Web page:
Monday, February 3, 2020
Ninth Circuit Reverses Summary Judgment in Case Where Juvenile Female Detainee Alleged Correctional Officer Watched Her Shower, Made Improper Remarks, Touched Her
By a MetNews Staff Writer
JENNIFER L. THURSTON
The Ninth U.S. Circuit Court of Appeals yesterday countermanded a magistrate judge who held that the alleged conduct of a male guard at a female juvenile detention facility—in watching her shower multiple times, nonconsensually touching her face and shoulders, and telling her of his sexual dream about her—was insufficient to amount to a constitutional violation.
Circuit Judge Richard Paez wrote the opinion which reverses a summary judgment by Magistrate Judge Jennifer L. Thurston, of the Eastern District of California, in favor of the corrections officer, George Anderson, and his supervisor, Heathe Appleton. In light of those rulings, plaintiff Samantha Vazquez confessed an inability to proceed against the remaining defendant, the County of Kern, and Thurston ordered the entire action dismissed with prejudice.
The opinion remands for further proceedings the civil rights action, under 42 USC §1983, brought by Vasquez, who was incarcerated at the Kern County Juvenile Hall. There, she alleged in her complaint, she was subjected to “grooming” for sex, “exploitation, voyeurism and sexual abuse by Defendant Anderson.”
Magistrate Judge’s View
Thurston—who, as a lawyer, handled civil rights cases, among other matters, prior to her appointment as a magistrate judge in 2009—found that even if Vasquez’s allegations as to sexual abuse are true, she did not suffer “harm of constitutional proportions.”
She said in her Dec. 14, 2017 order:
“[T]he Court is unable to find the facts asserted by the plaintiff support a claim for sexual abuse under the Constitution. Anderson calling Plaintiff ‘babe,’ commenting on her body, and telling her about his dream while asking her to step quite close to him does not constitute more than sexual harassment. Further, Anderson’s touching Plaintiff’s face and shoulder does not render this claim the manner of which is prohibited under the constitution.”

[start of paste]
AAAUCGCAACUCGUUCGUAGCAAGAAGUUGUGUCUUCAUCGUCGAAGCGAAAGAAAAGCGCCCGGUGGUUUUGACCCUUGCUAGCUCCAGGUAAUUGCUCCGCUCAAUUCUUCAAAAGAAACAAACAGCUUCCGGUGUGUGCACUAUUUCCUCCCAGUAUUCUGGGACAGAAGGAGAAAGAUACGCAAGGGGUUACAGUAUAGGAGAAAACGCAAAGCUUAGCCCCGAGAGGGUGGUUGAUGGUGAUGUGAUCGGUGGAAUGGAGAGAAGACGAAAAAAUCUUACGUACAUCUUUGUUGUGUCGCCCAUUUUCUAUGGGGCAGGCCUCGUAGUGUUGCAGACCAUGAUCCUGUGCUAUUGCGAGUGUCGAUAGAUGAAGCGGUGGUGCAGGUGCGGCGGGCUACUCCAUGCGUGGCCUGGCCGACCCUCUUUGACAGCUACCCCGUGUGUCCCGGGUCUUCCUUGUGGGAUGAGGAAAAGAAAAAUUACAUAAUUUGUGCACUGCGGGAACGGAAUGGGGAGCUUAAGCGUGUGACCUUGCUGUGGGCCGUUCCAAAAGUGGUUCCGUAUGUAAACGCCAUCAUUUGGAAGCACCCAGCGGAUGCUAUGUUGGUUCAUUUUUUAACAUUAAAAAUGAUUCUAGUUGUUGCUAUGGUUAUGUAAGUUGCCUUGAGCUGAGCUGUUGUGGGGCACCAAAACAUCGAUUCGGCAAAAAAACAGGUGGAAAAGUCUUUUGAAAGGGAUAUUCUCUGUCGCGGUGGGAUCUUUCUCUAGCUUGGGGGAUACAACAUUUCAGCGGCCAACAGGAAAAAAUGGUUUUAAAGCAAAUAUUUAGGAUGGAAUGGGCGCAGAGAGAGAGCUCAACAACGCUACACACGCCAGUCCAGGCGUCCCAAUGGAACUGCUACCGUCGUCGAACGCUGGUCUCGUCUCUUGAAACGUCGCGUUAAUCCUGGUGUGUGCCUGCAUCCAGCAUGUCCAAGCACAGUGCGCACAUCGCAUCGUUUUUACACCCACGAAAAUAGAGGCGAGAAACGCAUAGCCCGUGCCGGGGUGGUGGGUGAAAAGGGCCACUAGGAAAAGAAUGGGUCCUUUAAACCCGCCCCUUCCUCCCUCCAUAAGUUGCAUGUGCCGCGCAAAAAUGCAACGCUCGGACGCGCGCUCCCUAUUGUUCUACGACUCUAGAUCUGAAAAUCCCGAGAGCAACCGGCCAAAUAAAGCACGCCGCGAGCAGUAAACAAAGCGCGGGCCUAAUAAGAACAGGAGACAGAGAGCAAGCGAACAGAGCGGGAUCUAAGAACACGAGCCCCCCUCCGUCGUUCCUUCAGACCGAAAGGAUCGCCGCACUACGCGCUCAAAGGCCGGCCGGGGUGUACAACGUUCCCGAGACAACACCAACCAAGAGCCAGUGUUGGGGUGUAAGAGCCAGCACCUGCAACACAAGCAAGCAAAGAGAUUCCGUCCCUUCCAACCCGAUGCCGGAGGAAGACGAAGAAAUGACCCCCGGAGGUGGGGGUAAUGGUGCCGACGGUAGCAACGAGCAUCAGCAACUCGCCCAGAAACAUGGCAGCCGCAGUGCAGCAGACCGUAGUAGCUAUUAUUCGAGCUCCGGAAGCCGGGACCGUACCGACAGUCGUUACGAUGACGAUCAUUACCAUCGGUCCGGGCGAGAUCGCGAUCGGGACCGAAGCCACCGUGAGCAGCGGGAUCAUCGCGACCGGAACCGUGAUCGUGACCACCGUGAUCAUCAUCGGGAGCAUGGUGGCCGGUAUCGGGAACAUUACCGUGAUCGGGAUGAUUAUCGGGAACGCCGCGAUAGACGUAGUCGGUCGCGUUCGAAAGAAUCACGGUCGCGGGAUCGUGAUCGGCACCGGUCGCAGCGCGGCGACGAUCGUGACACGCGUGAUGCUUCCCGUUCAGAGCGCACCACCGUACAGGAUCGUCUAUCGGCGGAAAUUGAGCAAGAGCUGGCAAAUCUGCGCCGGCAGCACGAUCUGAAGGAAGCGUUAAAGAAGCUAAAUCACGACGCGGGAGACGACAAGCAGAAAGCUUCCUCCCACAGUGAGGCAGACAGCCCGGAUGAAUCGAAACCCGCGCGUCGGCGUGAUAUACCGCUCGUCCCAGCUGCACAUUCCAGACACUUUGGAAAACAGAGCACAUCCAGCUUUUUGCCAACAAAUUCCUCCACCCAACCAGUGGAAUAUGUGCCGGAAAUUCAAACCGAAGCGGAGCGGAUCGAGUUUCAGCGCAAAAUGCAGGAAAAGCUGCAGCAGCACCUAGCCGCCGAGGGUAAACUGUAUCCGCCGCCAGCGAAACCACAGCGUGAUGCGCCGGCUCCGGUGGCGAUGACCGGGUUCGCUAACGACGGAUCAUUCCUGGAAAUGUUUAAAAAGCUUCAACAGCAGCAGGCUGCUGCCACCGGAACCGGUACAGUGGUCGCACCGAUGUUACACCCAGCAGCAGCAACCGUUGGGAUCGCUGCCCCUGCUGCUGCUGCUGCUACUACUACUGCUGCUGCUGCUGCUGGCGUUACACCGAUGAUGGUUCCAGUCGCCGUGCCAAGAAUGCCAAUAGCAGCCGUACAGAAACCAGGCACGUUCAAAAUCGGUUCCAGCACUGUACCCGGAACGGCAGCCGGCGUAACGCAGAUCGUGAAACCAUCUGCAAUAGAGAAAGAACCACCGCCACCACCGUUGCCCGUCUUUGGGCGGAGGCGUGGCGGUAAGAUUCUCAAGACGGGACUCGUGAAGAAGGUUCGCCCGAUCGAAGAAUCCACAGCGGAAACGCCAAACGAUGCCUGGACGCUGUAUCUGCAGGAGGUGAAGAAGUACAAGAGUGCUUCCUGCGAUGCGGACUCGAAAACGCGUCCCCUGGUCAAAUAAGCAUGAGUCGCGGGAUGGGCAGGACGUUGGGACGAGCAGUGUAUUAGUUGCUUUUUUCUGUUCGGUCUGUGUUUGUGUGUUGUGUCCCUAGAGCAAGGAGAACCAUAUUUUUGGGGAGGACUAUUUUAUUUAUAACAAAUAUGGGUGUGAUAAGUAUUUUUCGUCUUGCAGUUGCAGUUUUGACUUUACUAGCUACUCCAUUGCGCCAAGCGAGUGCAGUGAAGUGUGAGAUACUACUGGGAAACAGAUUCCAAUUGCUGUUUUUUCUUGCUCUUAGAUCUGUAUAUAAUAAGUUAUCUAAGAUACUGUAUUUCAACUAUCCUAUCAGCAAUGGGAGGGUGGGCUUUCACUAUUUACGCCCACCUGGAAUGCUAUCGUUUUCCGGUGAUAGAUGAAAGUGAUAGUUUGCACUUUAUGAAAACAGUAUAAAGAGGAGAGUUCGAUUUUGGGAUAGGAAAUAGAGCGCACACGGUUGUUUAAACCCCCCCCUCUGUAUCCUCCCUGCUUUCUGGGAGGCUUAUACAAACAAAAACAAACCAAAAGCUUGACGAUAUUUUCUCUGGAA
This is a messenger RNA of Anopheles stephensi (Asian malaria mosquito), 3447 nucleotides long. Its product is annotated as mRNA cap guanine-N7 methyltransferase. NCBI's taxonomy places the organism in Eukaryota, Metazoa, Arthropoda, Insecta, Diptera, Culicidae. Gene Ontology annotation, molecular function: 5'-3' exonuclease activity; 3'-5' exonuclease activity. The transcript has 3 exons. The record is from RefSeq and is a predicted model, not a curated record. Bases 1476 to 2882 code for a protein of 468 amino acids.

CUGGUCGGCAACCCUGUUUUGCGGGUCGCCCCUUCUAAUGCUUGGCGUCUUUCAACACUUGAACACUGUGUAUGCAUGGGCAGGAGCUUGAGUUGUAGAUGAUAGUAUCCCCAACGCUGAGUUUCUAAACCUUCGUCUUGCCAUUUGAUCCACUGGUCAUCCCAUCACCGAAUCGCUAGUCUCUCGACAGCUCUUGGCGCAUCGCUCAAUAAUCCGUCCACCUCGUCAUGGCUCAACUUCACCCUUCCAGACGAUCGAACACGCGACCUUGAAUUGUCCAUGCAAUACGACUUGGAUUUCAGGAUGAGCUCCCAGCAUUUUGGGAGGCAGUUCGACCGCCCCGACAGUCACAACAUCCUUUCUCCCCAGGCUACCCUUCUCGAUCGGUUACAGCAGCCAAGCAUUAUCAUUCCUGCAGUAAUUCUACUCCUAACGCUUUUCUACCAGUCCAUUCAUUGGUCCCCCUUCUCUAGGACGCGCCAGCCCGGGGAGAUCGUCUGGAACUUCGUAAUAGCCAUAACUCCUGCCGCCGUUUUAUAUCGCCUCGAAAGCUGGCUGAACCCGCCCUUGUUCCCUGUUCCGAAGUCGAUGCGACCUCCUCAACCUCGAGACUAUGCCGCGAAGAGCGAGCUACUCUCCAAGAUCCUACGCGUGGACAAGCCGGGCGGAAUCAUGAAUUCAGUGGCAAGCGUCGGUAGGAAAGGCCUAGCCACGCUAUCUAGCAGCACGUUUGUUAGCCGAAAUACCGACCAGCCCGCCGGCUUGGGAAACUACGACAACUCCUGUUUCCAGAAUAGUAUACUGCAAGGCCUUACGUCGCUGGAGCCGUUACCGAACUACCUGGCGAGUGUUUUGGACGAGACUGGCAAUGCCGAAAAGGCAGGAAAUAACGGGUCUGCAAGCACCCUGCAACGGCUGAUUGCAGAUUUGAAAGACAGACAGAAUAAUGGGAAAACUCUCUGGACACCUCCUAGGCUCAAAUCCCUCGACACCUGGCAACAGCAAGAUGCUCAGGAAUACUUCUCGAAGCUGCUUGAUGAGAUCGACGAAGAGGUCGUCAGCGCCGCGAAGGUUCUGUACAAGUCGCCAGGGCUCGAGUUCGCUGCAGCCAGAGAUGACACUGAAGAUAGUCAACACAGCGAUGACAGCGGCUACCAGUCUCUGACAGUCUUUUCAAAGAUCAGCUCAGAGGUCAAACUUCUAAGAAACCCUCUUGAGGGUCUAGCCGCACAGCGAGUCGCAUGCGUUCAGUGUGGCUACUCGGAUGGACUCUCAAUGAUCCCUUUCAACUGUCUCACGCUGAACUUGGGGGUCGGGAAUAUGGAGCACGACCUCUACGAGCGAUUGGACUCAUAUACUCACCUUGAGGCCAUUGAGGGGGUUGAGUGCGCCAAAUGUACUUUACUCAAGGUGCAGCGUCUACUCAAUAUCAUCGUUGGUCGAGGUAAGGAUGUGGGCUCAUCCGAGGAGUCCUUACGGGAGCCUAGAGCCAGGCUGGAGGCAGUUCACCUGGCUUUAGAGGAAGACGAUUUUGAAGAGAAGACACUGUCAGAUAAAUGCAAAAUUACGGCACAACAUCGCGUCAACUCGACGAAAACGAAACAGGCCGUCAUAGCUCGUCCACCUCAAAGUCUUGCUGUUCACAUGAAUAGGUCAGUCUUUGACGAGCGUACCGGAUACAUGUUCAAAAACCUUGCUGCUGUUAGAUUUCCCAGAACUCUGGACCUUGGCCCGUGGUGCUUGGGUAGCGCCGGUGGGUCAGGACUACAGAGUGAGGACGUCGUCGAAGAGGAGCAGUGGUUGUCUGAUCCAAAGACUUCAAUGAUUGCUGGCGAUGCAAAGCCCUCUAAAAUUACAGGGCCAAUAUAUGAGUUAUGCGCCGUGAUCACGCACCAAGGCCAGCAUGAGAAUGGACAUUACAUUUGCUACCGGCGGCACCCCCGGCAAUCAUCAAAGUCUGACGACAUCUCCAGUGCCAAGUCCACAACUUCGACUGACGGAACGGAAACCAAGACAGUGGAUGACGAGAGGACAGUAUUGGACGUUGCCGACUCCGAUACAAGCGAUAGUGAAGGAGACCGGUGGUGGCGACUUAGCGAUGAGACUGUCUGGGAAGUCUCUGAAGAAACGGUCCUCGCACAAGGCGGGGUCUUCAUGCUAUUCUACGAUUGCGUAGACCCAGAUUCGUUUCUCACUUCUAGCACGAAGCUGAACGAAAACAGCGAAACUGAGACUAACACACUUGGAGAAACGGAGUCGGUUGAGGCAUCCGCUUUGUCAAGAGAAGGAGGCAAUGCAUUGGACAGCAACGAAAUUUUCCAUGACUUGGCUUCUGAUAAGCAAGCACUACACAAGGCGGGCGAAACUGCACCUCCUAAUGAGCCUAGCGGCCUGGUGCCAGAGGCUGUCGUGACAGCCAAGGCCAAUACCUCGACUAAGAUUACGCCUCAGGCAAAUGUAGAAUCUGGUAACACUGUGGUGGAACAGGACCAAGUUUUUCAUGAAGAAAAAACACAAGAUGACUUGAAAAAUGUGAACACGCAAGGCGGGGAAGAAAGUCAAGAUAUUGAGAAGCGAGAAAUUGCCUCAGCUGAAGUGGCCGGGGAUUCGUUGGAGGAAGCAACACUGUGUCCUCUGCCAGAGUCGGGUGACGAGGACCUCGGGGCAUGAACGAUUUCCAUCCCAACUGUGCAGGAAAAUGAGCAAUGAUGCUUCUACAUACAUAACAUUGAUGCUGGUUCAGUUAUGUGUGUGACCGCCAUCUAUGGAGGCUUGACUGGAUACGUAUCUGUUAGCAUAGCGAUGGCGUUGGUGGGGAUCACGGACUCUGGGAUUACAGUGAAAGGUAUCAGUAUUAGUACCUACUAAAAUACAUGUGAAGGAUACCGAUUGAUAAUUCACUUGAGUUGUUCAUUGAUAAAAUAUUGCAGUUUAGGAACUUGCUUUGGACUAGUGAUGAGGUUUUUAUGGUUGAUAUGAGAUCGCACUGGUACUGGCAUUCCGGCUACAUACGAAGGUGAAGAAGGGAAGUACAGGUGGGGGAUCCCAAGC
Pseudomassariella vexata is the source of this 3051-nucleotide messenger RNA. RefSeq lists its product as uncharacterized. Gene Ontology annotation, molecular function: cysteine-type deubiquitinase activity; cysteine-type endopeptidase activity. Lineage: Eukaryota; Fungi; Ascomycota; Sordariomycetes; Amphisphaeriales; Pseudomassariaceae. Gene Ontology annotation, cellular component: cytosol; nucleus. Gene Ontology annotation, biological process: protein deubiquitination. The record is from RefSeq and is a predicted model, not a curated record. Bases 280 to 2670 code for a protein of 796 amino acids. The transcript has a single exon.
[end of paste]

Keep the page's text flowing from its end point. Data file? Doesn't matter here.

The magistrate judge also held that instances of Anderson peering at Vazquez while showering were not of sufficient frequency as to constitute a cognizable invasion of privacy, declaring:
“The evidence before the Court does not demonstrate that Anderson ‘regularly or frequently’ observed Plaintiff in her room or in the shower….[H]is viewing Plaintiff in the shower or her room while the privacy sign was up occurred only a handful of times….”
The Ninth Circuit saw it differently.
“We hold that, viewing the facts in the light most favorable to Vazquez and drawing all reasonable inferences in her favor, she has presented sufficient facts to establish a violation of her right to bodily privacy, right to bodily integrity, and right to be free from punishment as guaranteed by the Fourteenth Amendment.”
Paez recited that the Ninth Circuit has, since 1963, recognized a Fourteenth Amendment right to bodily privacy.